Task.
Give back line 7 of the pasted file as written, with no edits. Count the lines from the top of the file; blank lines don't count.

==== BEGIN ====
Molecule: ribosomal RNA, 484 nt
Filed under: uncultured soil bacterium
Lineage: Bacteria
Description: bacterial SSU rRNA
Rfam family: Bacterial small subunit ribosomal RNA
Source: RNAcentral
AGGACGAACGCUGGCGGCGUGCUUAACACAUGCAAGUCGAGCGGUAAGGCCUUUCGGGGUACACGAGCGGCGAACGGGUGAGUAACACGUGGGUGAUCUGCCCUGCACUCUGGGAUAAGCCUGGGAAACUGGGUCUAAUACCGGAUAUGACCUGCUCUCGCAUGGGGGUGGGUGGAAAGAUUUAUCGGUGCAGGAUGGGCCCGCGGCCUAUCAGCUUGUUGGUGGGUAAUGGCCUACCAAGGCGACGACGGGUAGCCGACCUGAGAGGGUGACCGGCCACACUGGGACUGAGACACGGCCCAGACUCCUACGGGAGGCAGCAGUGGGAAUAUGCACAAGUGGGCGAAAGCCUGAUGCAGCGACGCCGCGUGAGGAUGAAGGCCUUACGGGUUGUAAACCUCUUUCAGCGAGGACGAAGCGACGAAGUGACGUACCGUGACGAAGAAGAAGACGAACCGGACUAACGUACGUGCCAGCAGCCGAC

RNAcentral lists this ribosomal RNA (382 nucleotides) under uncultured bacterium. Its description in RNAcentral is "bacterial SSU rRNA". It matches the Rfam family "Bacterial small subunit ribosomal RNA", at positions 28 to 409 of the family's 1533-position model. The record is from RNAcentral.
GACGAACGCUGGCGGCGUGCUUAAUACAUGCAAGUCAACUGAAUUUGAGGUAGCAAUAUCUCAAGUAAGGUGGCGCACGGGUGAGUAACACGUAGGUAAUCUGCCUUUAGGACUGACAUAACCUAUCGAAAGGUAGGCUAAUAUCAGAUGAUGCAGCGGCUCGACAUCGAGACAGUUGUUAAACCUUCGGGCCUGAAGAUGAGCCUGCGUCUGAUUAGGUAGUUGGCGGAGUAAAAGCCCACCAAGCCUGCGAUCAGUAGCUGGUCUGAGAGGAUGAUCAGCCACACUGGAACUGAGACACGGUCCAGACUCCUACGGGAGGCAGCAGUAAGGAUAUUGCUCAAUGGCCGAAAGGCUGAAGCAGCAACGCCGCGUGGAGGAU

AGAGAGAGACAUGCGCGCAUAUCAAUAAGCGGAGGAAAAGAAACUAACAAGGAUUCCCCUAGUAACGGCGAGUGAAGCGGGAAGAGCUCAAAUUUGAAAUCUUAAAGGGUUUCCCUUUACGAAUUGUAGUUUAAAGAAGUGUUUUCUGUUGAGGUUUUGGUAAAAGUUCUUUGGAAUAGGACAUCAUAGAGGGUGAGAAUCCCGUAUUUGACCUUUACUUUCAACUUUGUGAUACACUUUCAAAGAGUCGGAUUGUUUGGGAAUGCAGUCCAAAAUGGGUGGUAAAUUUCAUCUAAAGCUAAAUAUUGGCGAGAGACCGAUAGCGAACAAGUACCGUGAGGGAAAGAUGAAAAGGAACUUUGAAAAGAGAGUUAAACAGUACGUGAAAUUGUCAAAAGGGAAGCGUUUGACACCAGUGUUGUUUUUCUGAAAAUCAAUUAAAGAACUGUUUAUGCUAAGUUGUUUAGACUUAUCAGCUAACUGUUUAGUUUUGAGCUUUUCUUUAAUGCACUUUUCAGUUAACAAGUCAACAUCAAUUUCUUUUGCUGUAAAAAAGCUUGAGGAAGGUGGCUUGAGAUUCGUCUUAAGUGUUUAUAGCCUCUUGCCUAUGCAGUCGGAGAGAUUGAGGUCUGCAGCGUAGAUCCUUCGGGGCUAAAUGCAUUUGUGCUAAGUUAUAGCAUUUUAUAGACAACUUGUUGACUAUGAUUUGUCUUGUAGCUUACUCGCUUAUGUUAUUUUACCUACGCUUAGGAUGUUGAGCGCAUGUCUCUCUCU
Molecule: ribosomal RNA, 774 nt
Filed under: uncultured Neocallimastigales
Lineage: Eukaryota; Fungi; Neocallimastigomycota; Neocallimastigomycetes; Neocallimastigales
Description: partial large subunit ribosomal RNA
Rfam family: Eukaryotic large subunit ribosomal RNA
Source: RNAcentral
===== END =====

AGGACGAACGCUGGCGGCGUGCUUAACACAUGCAAGUCGAGCGGUAAGGCCUUUCGGGGUACACGAGCGGCGAACGGGUGAGUAACACGUGGGUGAUCUGCCCUGCACUCUGGGAUAAGCCUGGGAAACUGGGUCUAAUACCGGAUAUGACCUGCUCUCGCAUGGGGGUGGGUGGAAAGAUUUAUCGGUGCAGGAUGGGCCCGCGGCCUAUCAGCUUGUUGGUGGGUAAUGGCCUACCAAGGCGACGACGGGUAGCCGACCUGAGAGGGUGACCGGCCACACUGGGACUGAGACACGGCCCAGACUCCUACGGGAGGCAGCAGUGGGAAUAUGCACAAGUGGGCGAAAGCCUGAUGCAGCGACGCCGCGUGAGGAUGAAGGCCUUACGGGUUGUAAACCUCUUUCAGCGAGGACGAAGCGACGAAGUGACGUACCGUGACGAAGAAGAAGACGAACCGGACUAACGUACGUGCCAGCAGCCGAC